Jazz vocalist Veronica Swift made her first Telluride Jazz Festival appearance at the age of 10 with Dave Adam’s Young Razzcals Jazz Project and saxophonist Richie Cole. A former Telluride Student All-Star, Swift, now 25, is recognized as one of the top young jazz singers on the scene.
While Saturday will be her 11th performance in Telluride, Jazz Fest was the first time Swift sang for an audience of thousands.
“This crowd's energy really took me in and made me feel at home through the 10 years I've been appearing here,” Swift said. “It’s home.”
This summer marks the 25th anniversary of the student all-star program, which is directed by Professor Bob Montgomery, who’s led the program since its inception, and Josh Quinlan, a graduate of the inaugural program.
Each year the all-star program conducts a nationwide blind audition for talented students who submit recordings of their playing. The directors select up to 12 high school and college-aged applicants who arrive the week of the festival for rehearsals and evening jam sessions, before performing together throughout the weekend.
By the time Swift was 14, she’d appeared at Jazz Fest four times and looked up to the all-star ensemble students who performed every year.
“By the time I was 15 or so, Bob said I was ready to audition. So I did All-Stars ages 15, 16, and 17, and I met some of my very closest friends in that band,” she said.
Peter Bell, a long-time board member and executive director of the Telluride Society For Jazz for the past three years, believes that the student all-star program is the “heart and soul” of the festival.
“You’re giving young musicians the experience of being a real, professional, touring musician, coming together with people they’ve never played with before, sight-reading on the spot,” said Bell, who has sponsored the program for 20 years.
Bell added that jazz is music that is passed down from generation to generation by musicians playing with each other.
“It’s not learned from books,” he said. “It’s only learned by doing.”
Which is exactly how Swift learned to sing jazz music, having grown-up as the only child of two renowned musicians — the late jazz pianist Walter Howard “Hod” O’Brien, and jazz singer Stephanie Nakasian.
“As a child I was on the road with them,” Swift said. “While they were playing at clubs, I was running around backstage writing and making up stories. Touring with my parents and remembering the experiences with them is grounding to me. So is Telluride.”
After earning a bachelor’s degree in jazz voice in 2016 from the University of Miami’s Frost School of Music, Swift appeared as a headliner at Jazz Fest for the first time with the Eric Gunnison Trio.
While she’s still a young jazz vocalist, Swift said the music and its lyrics are timeless and she arranges her own songs to differentiate them from other recordings of a song.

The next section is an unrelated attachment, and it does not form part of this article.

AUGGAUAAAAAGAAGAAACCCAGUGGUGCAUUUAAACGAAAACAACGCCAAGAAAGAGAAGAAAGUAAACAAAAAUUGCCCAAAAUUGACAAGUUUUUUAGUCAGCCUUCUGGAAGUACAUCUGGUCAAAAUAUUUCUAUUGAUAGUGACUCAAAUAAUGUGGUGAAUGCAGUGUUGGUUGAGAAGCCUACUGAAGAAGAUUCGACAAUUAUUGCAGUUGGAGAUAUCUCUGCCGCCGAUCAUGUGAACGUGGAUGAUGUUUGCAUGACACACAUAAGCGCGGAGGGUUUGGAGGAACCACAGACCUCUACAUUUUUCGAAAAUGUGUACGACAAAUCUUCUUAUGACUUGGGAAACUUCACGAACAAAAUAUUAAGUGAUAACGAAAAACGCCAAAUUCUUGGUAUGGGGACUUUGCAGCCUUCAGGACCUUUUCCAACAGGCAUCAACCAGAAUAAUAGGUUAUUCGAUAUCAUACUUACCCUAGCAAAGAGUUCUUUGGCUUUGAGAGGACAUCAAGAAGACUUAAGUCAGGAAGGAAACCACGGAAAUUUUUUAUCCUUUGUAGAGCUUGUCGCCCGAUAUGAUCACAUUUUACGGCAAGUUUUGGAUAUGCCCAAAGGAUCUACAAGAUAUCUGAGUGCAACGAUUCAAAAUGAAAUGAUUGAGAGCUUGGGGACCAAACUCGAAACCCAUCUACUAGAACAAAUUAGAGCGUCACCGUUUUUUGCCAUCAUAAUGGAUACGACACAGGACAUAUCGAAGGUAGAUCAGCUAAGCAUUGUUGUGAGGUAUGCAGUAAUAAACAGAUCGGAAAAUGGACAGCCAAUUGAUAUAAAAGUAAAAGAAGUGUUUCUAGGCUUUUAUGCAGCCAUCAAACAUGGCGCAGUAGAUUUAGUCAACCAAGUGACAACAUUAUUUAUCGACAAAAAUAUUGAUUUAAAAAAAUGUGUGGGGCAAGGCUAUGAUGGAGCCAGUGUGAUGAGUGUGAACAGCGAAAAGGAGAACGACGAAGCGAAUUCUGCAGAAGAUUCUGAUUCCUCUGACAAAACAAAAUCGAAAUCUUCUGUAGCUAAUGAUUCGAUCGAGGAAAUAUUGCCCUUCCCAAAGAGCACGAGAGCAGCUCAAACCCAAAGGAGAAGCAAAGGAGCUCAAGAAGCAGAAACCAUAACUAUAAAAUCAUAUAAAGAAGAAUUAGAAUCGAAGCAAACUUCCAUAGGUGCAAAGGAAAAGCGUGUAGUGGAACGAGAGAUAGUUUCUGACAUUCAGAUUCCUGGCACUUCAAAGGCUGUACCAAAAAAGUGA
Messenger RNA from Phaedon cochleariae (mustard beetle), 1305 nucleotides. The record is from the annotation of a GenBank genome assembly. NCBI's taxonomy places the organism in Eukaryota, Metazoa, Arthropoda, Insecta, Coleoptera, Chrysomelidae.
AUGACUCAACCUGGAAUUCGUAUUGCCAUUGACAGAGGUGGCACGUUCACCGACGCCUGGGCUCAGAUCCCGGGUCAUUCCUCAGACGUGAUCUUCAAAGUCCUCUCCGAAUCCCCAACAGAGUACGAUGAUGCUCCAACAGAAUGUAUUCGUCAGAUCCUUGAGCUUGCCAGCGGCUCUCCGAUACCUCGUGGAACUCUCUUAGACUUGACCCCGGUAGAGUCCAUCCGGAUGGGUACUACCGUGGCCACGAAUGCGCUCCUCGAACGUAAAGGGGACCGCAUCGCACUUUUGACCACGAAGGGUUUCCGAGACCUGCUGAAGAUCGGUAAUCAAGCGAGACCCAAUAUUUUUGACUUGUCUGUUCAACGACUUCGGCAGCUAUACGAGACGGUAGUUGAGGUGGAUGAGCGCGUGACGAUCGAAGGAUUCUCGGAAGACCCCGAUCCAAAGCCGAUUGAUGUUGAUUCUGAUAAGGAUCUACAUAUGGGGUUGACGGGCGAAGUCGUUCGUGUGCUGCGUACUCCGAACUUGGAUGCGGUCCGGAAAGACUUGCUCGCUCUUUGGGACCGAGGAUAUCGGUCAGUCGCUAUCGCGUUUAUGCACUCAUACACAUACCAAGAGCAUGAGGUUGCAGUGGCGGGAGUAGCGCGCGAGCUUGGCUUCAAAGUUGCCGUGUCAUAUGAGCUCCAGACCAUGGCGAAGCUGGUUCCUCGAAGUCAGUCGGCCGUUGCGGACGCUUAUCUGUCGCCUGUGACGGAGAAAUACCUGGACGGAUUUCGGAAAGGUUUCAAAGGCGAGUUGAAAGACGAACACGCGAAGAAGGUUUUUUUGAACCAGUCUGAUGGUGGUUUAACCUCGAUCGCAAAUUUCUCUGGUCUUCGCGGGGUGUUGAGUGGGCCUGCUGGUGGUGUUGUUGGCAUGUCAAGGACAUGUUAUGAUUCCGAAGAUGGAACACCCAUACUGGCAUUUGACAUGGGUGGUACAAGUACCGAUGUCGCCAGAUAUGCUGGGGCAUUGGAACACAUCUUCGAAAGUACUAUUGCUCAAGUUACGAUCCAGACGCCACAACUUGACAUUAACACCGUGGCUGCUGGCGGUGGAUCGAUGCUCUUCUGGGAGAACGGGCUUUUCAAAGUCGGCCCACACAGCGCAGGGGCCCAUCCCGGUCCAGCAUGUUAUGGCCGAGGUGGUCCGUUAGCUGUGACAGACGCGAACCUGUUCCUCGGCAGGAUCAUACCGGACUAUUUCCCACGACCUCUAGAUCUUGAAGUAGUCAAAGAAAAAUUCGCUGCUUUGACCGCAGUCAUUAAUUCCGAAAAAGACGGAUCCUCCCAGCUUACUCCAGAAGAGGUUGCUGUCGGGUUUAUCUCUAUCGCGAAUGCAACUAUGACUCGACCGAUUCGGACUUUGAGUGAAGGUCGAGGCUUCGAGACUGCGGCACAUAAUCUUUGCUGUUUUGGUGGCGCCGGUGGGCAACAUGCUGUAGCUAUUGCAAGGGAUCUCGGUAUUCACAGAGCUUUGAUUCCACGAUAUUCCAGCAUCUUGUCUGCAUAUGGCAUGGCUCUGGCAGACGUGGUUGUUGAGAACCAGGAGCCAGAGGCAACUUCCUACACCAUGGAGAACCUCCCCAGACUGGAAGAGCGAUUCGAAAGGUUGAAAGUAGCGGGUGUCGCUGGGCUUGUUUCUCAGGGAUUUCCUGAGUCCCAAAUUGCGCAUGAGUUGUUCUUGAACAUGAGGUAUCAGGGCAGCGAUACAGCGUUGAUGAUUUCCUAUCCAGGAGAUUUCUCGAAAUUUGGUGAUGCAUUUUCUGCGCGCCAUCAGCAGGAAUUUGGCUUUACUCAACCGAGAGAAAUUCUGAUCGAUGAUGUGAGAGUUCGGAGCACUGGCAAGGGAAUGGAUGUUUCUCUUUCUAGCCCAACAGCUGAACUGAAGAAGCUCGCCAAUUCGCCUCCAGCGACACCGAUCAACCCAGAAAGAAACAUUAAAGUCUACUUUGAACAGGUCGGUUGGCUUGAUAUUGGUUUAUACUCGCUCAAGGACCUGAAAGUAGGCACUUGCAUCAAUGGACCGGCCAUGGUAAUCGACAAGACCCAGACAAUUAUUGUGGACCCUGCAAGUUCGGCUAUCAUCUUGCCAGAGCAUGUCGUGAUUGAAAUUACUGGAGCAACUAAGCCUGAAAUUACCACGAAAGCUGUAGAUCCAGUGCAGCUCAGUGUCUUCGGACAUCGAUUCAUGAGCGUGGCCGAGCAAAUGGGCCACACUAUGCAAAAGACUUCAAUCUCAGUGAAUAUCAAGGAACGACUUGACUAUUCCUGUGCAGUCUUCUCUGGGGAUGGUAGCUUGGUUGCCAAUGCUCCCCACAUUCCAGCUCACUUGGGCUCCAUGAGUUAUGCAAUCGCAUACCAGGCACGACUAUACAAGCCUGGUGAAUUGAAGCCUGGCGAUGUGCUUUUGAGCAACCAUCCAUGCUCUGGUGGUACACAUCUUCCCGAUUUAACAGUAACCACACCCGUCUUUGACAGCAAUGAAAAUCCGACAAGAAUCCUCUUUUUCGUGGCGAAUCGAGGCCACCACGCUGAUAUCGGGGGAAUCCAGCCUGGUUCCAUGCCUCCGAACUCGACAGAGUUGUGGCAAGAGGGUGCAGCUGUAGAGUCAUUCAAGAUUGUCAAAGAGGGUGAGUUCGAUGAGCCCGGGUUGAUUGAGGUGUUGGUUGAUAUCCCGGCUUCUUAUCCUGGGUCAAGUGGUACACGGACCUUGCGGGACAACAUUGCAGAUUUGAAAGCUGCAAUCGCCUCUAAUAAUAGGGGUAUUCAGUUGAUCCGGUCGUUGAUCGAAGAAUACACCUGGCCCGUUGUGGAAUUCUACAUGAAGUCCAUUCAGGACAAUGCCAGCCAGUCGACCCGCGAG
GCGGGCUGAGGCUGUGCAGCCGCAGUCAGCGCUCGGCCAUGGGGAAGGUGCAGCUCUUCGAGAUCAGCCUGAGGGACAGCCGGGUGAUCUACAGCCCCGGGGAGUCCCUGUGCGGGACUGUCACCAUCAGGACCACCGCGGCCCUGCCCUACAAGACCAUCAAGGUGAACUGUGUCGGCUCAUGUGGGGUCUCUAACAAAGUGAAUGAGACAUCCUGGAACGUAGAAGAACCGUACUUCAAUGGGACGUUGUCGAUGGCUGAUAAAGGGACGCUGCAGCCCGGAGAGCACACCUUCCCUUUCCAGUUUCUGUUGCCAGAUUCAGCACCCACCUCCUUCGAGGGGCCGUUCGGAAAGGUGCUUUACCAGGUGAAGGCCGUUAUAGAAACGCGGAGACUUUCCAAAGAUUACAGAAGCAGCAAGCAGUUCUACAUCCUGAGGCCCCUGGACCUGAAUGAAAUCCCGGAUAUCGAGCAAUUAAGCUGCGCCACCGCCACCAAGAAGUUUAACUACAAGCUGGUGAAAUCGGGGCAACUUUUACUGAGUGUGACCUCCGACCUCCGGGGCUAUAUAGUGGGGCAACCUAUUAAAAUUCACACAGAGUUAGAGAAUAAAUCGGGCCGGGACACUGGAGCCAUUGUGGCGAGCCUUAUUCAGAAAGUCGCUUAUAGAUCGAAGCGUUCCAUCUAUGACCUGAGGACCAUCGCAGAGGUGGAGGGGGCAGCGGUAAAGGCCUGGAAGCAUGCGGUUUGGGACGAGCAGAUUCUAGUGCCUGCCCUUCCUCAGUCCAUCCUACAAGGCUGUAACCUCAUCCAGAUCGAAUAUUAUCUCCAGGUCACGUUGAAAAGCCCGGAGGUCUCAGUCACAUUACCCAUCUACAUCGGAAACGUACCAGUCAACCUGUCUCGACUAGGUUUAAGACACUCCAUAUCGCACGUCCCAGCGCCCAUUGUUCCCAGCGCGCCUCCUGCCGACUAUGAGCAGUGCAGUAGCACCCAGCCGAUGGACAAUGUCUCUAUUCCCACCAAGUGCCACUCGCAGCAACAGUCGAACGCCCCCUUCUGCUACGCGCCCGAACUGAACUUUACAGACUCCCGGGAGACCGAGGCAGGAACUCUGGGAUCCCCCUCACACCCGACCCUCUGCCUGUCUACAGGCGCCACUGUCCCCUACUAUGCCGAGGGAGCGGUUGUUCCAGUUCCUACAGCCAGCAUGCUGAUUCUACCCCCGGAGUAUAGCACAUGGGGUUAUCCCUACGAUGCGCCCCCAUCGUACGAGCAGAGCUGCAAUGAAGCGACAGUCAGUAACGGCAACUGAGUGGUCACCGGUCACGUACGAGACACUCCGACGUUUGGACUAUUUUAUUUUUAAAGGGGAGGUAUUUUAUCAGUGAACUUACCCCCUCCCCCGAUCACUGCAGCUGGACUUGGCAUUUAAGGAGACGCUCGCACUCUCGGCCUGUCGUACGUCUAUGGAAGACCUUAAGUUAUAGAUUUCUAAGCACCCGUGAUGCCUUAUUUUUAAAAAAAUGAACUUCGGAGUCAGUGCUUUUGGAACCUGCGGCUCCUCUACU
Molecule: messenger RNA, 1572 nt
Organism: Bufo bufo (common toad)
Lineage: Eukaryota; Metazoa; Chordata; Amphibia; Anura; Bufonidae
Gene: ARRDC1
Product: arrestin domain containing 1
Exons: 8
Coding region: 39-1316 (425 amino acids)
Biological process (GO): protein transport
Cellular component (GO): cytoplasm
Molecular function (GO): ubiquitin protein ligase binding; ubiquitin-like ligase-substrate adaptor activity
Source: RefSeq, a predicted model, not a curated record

“I pick songs that have lyrics that are relatable to people my own age, singing about life events such as moving to the big city and trying to make a new life,” she explained. “Or about returning to one's hometown and finding things are not how they used to be. Everyone at any age goes through this.”
Bell said Swift has a beautiful interpretation of song and she’s selective about the songs she performs.
“She really has feeling for lyrics,” he said. “When you think about all the great female vocalists, whether it’s Sarah Vaughan or Ella Fitzgerald or Billie Holiday, you can hear influences of them all in Veronica and yet her voice is very much her own.”
Swift will release her latest album "Confessions" Aug. 30, which she describes as “a musical diary.”
“This album literally tells my story,” Swift said. “About managing a new career that is taking off, as well as dealing with the problems that it brings in terms of trying to have a social life. Each song marks a different part of my story.”
Once the album is released, Swift will begin a world tour.
“I'll be hitting Shanghai for the Jazz at Lincoln Center club there, major cities in Australia, Paris, London, Rome, as well as major venues here at home like SFJAZZ Center, Blue Note and Monterey with Chris Botti,” she said. “Life is treating me very well.”
Montgomery will lead the Telluride Student All-Star’s 25-year reunion band performances today (Friday) at 3 p.m. at the Society Stage in Elks Park and on the main stage in Telluride Town Park at 2:30 p.m. Sunday. The student all-stars will perform on the main stage at noon on Saturday and again on Saturday at 2:30 p.m. in Elks Park.
Swift is scheduled to perform on Saturday afternoon at 1:30 p.m. on the main stage and Saturday night at 10 p.m. at the Liberty for a Jazz After Dark show. For more information, visit telluridejazz.org.